Retrieving the solar EUV spectral irradiance from the observation of 6 lines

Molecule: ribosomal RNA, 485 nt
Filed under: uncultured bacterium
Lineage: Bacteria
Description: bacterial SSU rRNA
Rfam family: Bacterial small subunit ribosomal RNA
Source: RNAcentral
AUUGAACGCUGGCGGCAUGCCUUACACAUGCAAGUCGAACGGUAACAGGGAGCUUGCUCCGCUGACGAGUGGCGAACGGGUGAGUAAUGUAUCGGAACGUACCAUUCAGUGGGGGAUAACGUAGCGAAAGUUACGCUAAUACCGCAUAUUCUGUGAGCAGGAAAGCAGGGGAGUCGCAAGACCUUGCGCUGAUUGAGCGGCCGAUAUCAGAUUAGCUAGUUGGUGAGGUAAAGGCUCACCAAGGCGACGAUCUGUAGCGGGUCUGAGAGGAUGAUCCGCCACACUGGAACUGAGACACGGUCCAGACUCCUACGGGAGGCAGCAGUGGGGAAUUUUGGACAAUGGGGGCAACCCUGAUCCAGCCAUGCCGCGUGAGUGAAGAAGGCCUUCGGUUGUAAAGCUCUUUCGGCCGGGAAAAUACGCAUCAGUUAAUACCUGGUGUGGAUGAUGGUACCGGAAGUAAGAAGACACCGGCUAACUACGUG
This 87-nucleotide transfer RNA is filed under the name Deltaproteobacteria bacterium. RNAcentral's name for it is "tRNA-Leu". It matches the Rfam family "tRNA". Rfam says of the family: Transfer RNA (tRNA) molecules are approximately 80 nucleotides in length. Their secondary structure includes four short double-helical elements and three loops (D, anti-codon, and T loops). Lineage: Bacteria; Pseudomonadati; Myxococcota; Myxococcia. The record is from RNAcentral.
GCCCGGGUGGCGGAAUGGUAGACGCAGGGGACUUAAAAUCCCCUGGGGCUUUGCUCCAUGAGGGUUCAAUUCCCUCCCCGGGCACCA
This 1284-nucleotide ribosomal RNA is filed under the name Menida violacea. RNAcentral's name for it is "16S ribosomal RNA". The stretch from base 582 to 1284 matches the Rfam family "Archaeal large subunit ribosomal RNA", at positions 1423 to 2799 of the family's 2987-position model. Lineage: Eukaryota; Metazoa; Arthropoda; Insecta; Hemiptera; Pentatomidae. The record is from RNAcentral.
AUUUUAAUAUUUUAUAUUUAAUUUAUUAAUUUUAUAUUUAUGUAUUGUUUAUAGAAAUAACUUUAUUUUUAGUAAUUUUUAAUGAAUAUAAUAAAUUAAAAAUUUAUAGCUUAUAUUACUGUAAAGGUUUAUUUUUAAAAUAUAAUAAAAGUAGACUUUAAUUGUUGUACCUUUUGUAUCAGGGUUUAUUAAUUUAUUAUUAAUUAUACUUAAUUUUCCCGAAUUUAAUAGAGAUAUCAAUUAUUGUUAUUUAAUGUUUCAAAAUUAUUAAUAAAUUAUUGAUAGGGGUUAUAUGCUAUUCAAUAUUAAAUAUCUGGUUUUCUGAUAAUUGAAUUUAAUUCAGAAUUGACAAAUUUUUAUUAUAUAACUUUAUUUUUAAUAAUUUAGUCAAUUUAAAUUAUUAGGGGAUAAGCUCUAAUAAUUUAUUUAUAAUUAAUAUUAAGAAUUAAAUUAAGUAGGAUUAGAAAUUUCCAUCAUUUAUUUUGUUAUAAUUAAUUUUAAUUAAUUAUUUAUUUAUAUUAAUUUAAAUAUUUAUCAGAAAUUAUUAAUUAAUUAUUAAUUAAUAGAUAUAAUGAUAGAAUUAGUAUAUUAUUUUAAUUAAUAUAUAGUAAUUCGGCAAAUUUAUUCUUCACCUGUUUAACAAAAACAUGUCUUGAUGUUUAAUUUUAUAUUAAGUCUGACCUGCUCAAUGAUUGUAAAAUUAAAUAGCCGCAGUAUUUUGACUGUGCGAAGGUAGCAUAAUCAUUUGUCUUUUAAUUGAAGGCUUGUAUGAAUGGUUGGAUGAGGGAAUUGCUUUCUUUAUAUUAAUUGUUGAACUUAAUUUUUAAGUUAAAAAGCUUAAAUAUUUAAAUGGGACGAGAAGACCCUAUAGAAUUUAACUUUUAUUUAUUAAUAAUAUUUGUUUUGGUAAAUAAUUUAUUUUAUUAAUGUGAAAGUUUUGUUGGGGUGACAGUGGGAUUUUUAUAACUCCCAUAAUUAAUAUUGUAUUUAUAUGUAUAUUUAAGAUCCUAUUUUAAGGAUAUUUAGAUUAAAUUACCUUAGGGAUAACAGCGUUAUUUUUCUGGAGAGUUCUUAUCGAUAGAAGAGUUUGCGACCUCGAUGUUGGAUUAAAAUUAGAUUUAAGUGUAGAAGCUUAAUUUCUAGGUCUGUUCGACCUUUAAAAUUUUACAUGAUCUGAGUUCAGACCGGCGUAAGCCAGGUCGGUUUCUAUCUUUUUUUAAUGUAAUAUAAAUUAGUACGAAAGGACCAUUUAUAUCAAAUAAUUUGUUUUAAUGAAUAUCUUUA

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<ul><li><p>spn</p><p>ilen</p><p>Via de</p><p>8041</p><p>Paris,</p><p>form</p><p>ta fr</p><p>osphere Mesosphere Energetics and Dynamics satellite to investigate the possibility to retrieve the whole solar EUV irradiance from</p><p>tainly amongst the most important parameters to mon-</p><p>sphere Explorer missions in July 1976 (the radio ux at</p><p>ods of solar activity. Torr et al. (1979) and Torr and</p><p>iska et al., 2000). Another model is EUVAC (Richards</p><p>et al., 1994). Its main dierence with previous modelsis the reference ux chosen from a rocket observation,</p><p>and denes a modied F10.7 proxy named P10.7 that</p><p>is the average of the daily F10.7 and the 81-day</p><p>reserved.</p><p>* Corresponding author.</p><p>E-mail address: mkretzschmar@solar.stanford.edu (M. Kretzsch-</p><p>mar).</p><p>Advances in Space Research 370273-1177/$30 2005 COSPAR. Published by Elsevier Ltd. All rightsitor and forecast space weather. It constitutes the rst</p><p>and main source for the creation of the ionosphere</p><p>and also aects the thermosphere. The EUV emission</p><p>is strongly variable in all time scale, from minutes (erup-</p><p>tive phenomena) to years (solar cycle) and more.</p><p>In order to reach a better understanding of thesepoints, it is necessary to have real time solar EUV irra-</p><p>diance with the best possible radiometric accuracy. Sev-</p><p>eral solar EUV irradiance models have been developed</p><p>since the 1970s to compensate the lack of observations.</p><p>A rst reference irradiance spectrum SC#21REF was</p><p>assembled from measurements performed by the Atmo-</p><p>Torr (1985) proposed two reference irradiance spectra</p><p>for aeronomy called F79050N (F10.7 = 243) and</p><p>SC#REFW (F10.7 = 68). The UV spectrum was divided</p><p>in 37 bins. Tobiska and co-authors (Tobiska and Barth,</p><p>1990; Tobiska, 1991; Tobiska and Eparvier, 1998) devel-</p><p>oped a model called EUV97, which takes data fromother sources into account. This model takes into ac-</p><p>count the solar emission zone (i.e. chromosphere, coro-</p><p>na) of each line. A new version, SOLAR2000, has been</p><p>recently developed and uses F10.7, Lyman-a, and Mg IIcore-to-wing (C/W) index for the coronal, transition re-</p><p>gion, and chromospheric emissions, respectively (Tob-a minimum number of measurements. Computing a dierential emission measure for the whole Sun from the irradiances of 5 lines</p><p>and using a sixth line to model optically thick emission, we are able to reproduce with a good agreement the variability of the whole</p><p>solar EUV irradiance.</p><p> 2005 COSPAR. Published by Elsevier Ltd. All rights reserved.</p><p>Keywords: Solarterrestrial relationship; Solar EUV irradiance; Dierential emission measure</p><p>1. Introduction</p><p>The extreme ultraviolet (EUV) solar irradiance is cer-</p><p>10.7 cm F10.7 was 70), and given in 1659 wavelengths.</p><p>An extrapolation model (SERF1, Hinteregger et al.,1981) allows estimating the irradiance during other peri-Retrieving the solar EUVobservatio</p><p>M. Kretzschmar a,*, J. L</p><p>a Istituto di Fisica dello Spazio Interplanetario, CNR,b LPG, Bat. D de physique, BP 53, 3</p><p>c LESIA, Observatoire de</p><p>Received 25 October 2004; received in revised</p><p>Abstract</p><p>We use recent solar extreme ultraviolet (EUV) irradiance dadoi:10.1016/j.asr.2005.02.029ectral irradiance from theof 6 lines</p><p>sten b, J. Aboudarham c</p><p>l Fosso del Cavaliere, 100, BP 53, 00133 Roma, Italy</p><p>Saint Martin dHe`res cedex, FranceF-92190 Meudon, France</p><p>4 February 2005; accepted 14 February 2005</p><p>om the Solar EUV Experiment aboard the Thermosphere Ion-</p><p>www.elsevier.com/locate/asr</p><p>(2006) 341346</p></li><li><p>in Spsmoothed F10.7. An important improvement to the EU-</p><p>VAC model was the increase of the solar irradiance, as</p><p>compared to earlier models, by a factor of 23 in the</p><p>020 nm range in order to match the photoelectron</p><p>observations. Warren and co-authors (Warren et al.,</p><p>1998, 2001) have undertaken a radically dierent ap-proach. They combined a spectral emission line data-</p><p>base, solar emission measure distributions, and</p><p>estimates from ground-based solar images of the frac-</p><p>tion of the Sun covered by the various types of activity</p><p>to synthesize the irradiance. One can thus distinguish</p><p>two class of model: the rst one is based on a reference</p><p>irradiance spectrum and its extrapolation using proxies,</p><p>while the second one is based on a combination of refer-ence radiance spectra for the dierent features of the so-</p><p>lar atmosphere.</p><p>All of these solar irradiance models are very impor-</p><p>tant for aeronomic computation and as input for atmo-</p><p>spheric models. However, until 2002 there has been no</p><p>permanent monitoring of the solar EUV irradiance,</p><p>and the lack of data has prevented accurate enough</p><p>modeling of the solar EUV irradiance. Yet, thermo-sphere/ionosphere (T/I) models often make use of prox-</p><p>ies such as F10.7 or the Mg index (Mg II h and k</p><p>emission lines core to wing ratio). Their correlation with</p><p>the solar EUV/UV irradiance is not accurate enough for</p><p>the demanding space weather operation requirement to</p><p>know the solar EUV irradiance with a relative accuracy</p><p>of 10% or better. In December 2001, a new instrument</p><p>devoted to the observation of this part of the solar spec-trum has been launched to space, onboard the Thermo-</p><p>sphere Ionosphere Mesosphere Energetics and</p><p>Dynamics (TIMED) (NASA) spacecraft. The Solar</p><p>EUV Experiment (SEE) (Woods et al., 1998) is com-</p><p>prised of a spectrometer and a suite of photometers de-</p><p>signed to measure solar ultraviolet radiation. In this</p><p>paper, we use TIMED SEE data version 7 of the EUV</p><p>Grating Spectrograph (EGS) to investigate the possibil-ity to retrieve the solar EUV irradiance with spectral res-</p><p>olution from a minimum set of line irradiance</p><p>measurements; this approach is supported by a statisti-</p><p>cal analysis of the solar EUV spectrum, based on clus-</p><p>tering analysis and dendogram classication which</p><p>shows that at least 6 classes of equivalence could be</p><p>drawn in the solar spectrum (Dudok de Wit, personal</p><p>communication).In detail, we succeed in reproducing the solar EUV</p><p>irradiance and its variability from the measurements of</p><p>6 lines. The spectrum reconstruction makes use of a pre-</p><p>vious work aiming at building a quiet Sun reference</p><p>spectrum using dierential emission measure (DEM)</p><p>(Kretzschmar et al., 2004); the optically thin part of</p><p>the spectrum, i.e. the part which escapes freely from</p><p>the Solar atmosphere, is computed using a Full SunDEM, while the optically thick part is deduced from</p><p>342 M. Kretzschmar et al. / Advancesthe measurement of the H I Ly d line at 95 nm.2. EUV irradiance spectrum modeling</p><p>The TIMED SEE EGS consists of two instruments to</p><p>measure the solar vacuum ultraviolet (VUV) spectral</p><p>irradiance from 0.1 nm to 195 nm (Woods et al.,</p><p>1998). The EUV Grating Spectrograph (EGS) is a nor-mal incidence Rowland circle spectrograph that has a</p><p>spectral range of 26 to 195 nm. The SEE level 2 EGS</p><p>data product consists of a spectrum from 26 to 195</p><p>nm per day. The uxes are averaged over all the mea-</p><p>surements of the day (typically 1415 recording se-</p><p>quences of about 3 min) and corrected to one</p><p>astronomical unit. Flare contribution is removed. In this</p><p>work, we use the data from 8 February 2002 to 1 Febru-ary 2004.</p><p>To reproduce the whole EUV spectrum from a min-</p><p>imum number of emission lines, we distinguish between</p><p>optically thin and optically thick emission: the latter is</p><p>assumed to be composed of the continua of C I, H I,</p><p>He I, and He II, some lines emitted between 91 and</p><p>110 nm by low-ionized elements, and the blue wing</p><p>of the H I Ly a line. Contrary to the optically thinlines, optically thick lines cannot be deduced from a</p><p>DEM. We rst describe the procedure for optically</p><p>thin lines.</p><p>2.1. Optically thin emission</p><p>Assuming that a EUV line is optically thin, its inten-</p><p>sity may be computed from the following equation:</p><p>Ikij; h;/ Z</p><p>Gkij; T fT ; h;/ dT ; 1</p><p>where G(kij,T) is the contribution function of the line,which depends on atomic parameters, and</p><p>fT ; h;/ n2e dlh;/dT is the dierential emission measure(DEM) for which the dependance with the foot point</p><p>position of the line of sight has been made explicit.</p><p>The extension of Eq. (1) to the whole Sun is quietstraightforward. Dening the Full Sun DEM fx(T) byIx = G(T)fx(T) dT, with Ix the mean solar intensityat disk center deduced from the line irradiance measure-</p><p>ment, it can then be easily shown that the Full Sun</p><p>DEM is linked to the local DEMs by</p><p>fT 1</p><p>2p</p><p>Z p=20</p><p>dhZ p=2p=2</p><p>d/fT ; h;/sin2h cos/: 2</p><p>Thus, the Full Sun DEM fx dened this way is simplythe sum over the half solar sphere of all the DEMs asso-ciated with each surface element, taking into account the</p><p>geometry and the change of emitting plasma state. Note</p><p>that one cannot retrieve information on the spatial dis-tribution of the emission measure from fx. Eq. (1) al-lows us to compute the DEM from a set of observed</p><p>lines. Once the DEM computed, one is able to compute</p><p>ace Research 37 (2006) 341346the intensity of all the others optically thin lines.</p></li><li><p>The inversion of Eq. (1) involves the computation of</p><p>the contribution functions of the lines, and an adapted</p><p>mathematical procedure. We compute the contribution</p><p>functions using the CHIANTI database (Dere et al.,</p><p>2001), solar abundances from Meyer (1985), and ioniza-</p><p>tion equilibria computed by Arnaud and Raymond(1992) and Arnaud and Rothenug (1985). The DEM</p><p>is represented by the exponential of a Chebyshev poly-</p><p>nomial, and we use a LevenbergMarquardt algorithm</p><p>to compute it.</p><p>The computation of the DEM is a very (and well-</p><p>known, see Craig and Brown, 1986) ill-posed mathemat-</p><p>ical problem, and our main criterion for the choice of</p><p>the lines is simply the success of the computation, as wellas its reproducibility; to this purpose, note that the more</p><p>recent ionization equilibria computed by Mazzotta et al.</p><p>(1998) lead to less stable computation of the DEM.</p><p>While the reason is unclear, this explains while we use</p><p>older computations. Starting with 30 intense lines and</p><p>using a try and test approach to select the subset,</p><p>we found that the lowest number of lines which leads</p><p>to a good agreement is 5. The contribution functionsof the 5 lines forming the best subset and the computed</p><p>DEM obtained for the rst day of observation are</p><p>shown in Fig. 1. Note that not all of the 5-lines subset</p><p>-9</p><p>10-8C III 97.7</p><p>O IV 55.5 Fe XVI 33.5</p><p>M. Kretzschmar et al. / Advances in Sp1018</p><p>1020</p><p>1022</p><p>1024</p><p>104 105 106 107</p><p>10-14</p><p>10-13</p><p>10-12</p><p>10-11</p><p>10-10</p><p>10</p><p>N II 108.5Ne VII 46.5</p><p> Temperature</p><p>DEM</p><p> G</p><p> ( T) </p><p>Fig. 1. (Top) Contribution functions for the 5 lines of the best set.</p><p>(Bottom) Full Sun DEM for the rst day of observation (full line)</p><p>compared with the DEM for the quiet Sun region of Kretzschmaret al. (2004) (dotted).allows to compute the DEM; in fact, only some lines</p><p>of the set of Fig. 1 may be changed (such that using an-</p><p>other Fe XVI line), and the results obtained in these case</p><p>were found to be less satisfying.</p><p>2.2. Optically thick emission</p><p>Optically thick emission can not be modeled using the</p><p>DEM approach. These continua and lines are empiri-</p><p>cally deduced from the measurement of one of them.</p><p>We chose the H I Ly d line at 95 nm as our observed in-dex, its value coming directly from the EGS data; this</p><p>choice is motivated by the relative isolated spectral posi-</p><p>tion of this line, which makes it easier to measure. Thespectral evolution of the continua and of the blue wing</p><p>of the Ly a line is modeled as Ik Ih expkkhk0 , withthe decay values kh assumed constant for each contin-uum. The optically thick lines intensities and the peak</p><p>intensity Ih of each continuum are assumed to be pro-</p><p>portional to the H I Ly d intensity. Ratio values are ta-ken from two averaged quiet Sun spectra previously</p><p>published; in detail, values for the emission of He I,He II, and Ly a are taken from Warren et al. (1998)while the others values, including several lines of low-</p><p>ionized elements between 91 nm and 120 nm, come from</p><p>Kretzschmar et al. (2004). However, neither of the two</p><p>published values for the Lyman continuum was in agree-</p><p>ment with the observation, and we then use the average</p><p>slope (k0 = 57.46) and ratio (Ih/ILy d = 7.3) over allthe samples at our disposition.</p><p>2.3. Discussion on the best subset of lines</p><p>The best subset of lines that we found in that study</p><p>should include the emission lines which are the most rep-</p><p>resentative of the dierent kinds of variation; however,</p><p>other factors might play a role in our method. In partic-</p><p>ular, the contribution function of the lines, whichstrongly inuence the inversion of Eq. (1), and the math-</p><p>ematical procedure used to eectively inverse this equa-</p><p>tion might restrict the capacity of this method to identify</p><p>unambiguously the most representative lines. To tackle</p><p>this problem, we have started a statistical analysis of</p><p>the solar EUV spectrum, based on clustering analysis</p><p>and dendogram classication, which allows to identify</p><p>rigorously other valuable set of lines; results from thisanalysis will be published elsewhere (Dudok de Wit, per-</p><p>sonal communication) and the method presented here</p><p>will then be adapted to the other relevant set of lines.</p><p>This will allow to address instrument issues on this mod-</p><p>eling approach and discuss in more detail its technical</p><p>feasibility. Possible instrument issues include spectral</p><p>resolution, higher grating order corrections, and degra-</p><p>dation with time. Spectral resolution is important in or-der to remove contributions from other lines. For the</p><p>ace Research 37 (2006) 341346 343subset here selected, the N II emission may have coronal</p></li><li><p>thick emission dominates (i.e. the Lyman continuum,and above 90 nm) are also reasonably reproduced. The</p><p>DEM, the optically thin and the optically thick parts</p><p>of the modeled spectrum. For each day, we can thus</p><p>reconstruct the spectrum as shown in Fig. 2 and compare</p><p>1101051009590</p><p>959085807570</p><p>757065605550</p><p>10-6</p><p>10-5</p><p>10-4</p><p>10-6</p><p>10-5</p><p>10-4</p><p>10-6</p><p>10-5</p><p>10-4</p><p>10-6</p><p>10-5</p><p>10-4</p><p>555045403530</p><p>Wavelength (nm)</p><p> Fl</p><p>ux ( W</p><p> / m2 </p><p> / n</p><p>m )</p><p>Fig. 2. For each panel, observed (dashed) and modeled (full line)</p><p>spectra vs wavelength for the rst day of observation. The small upper</p><p>plot of each panel shows the relative deviation (Fmodel Fobs)/Fobsbetween 1 and 1, with a zero dashed line. The 5 lines used to computethe optically thin part of the spectrum are highlighted with a rectangle,</p><p>while the line used to determinate the optically thick part is highlighted</p><p>with an oval.</p><p>in Space Research 37 (2006) 341346relative deviation for the integrated irradiance over the</p><p>whole spectral range is 17% while the mean relativedeviation is 15%. Local disagreements for the linesmay come from one or more failures of the hypothesis</p><p>and/or errors in the atomic parameters.</p><p>It is also interesting to check the capacity of our model</p><p>to reproduce the solar EUV variability time series. Weuse an automatic procedure which extracts the irradiancecontribution from higher order. Since the C III line at</p><p>97.7 nm is very intense, detector degradation in time</p><p>should also be taken into account. As optically thick</p><p>emission is computed using a constant ratio between</p><p>these lines, all optically thick line should give the same</p><p>results. However the H I ly d line is quite spectrally iso-lated and then should be easier to measure. An alterna-</p><p>tive solution could be the strong He I line at 58....</p></li></ul>